Stocks slumped in Friday afternoon trade after bouncing between small gains and losses earlier, as investors parsed mixed data on the strength of the U.S. consumer. Investors were watching the spread of COVID-19 in China and corporate earnings season move toward the home stretch.
What are major indexes doing?
The Dow Jones Industrial Average DJIA, -0.30% was down 100 points, or 0.3%, at about 29,324, while the S&P 500 SPX, -0.05% edged 0.1%, about 2 points, lower at 3,372. The Nasdaq Composite COMP, +0.01% slipped 3 points to trade near 9,708, about a 0.1% decline.
All three benchmark indexes touched all-time highs earlier in the week. For the week, the Dow looked likely to add 0.8%, the S&P 500 on track to advance 1.3%, and the Nasdaq to gain 1.9% for the period.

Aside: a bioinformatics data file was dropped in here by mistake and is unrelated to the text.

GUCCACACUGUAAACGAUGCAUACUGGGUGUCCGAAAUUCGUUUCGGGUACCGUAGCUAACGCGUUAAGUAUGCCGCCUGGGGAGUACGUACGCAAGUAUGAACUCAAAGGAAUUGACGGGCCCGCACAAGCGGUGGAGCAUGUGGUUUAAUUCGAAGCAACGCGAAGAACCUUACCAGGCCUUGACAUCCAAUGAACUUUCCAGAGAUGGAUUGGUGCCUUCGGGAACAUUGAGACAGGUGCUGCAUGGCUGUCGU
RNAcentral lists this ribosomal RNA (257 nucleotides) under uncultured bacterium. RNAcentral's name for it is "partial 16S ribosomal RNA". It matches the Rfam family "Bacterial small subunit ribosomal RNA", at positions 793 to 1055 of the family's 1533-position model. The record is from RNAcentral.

What’s driving the market?
Some cracks in what has been a seemingly impregnable segment of the U.S. economy — the U.S. consumer — in a record-setting 11th year of economic expansion has caused investors to second-guess a mostly bullish uptrend for stocks this week. Some seeds of doubt were sown on Friday after a report on January retail sales showed sluggish activity, underscored by a 3.1% drop in sales at clothing stores.
Retail sales rose 0.3% in January, the government said, matching the MarketWatch consensus forecast.
“The market’s resilience in the past couple of year has been predicated on the belief that the consumer will continue to do well—although retail data has been mixed in that regard,” said John Carey, director of equity income for the U.S. at Amundi Pioneer, in an interview with MarketWatch.
The weaker-than-expected report on retail sales comes even as a separate measure of consumer sentiment surged above expectations to touch a near 15-year high in a preliminary February reading.
“It’s something that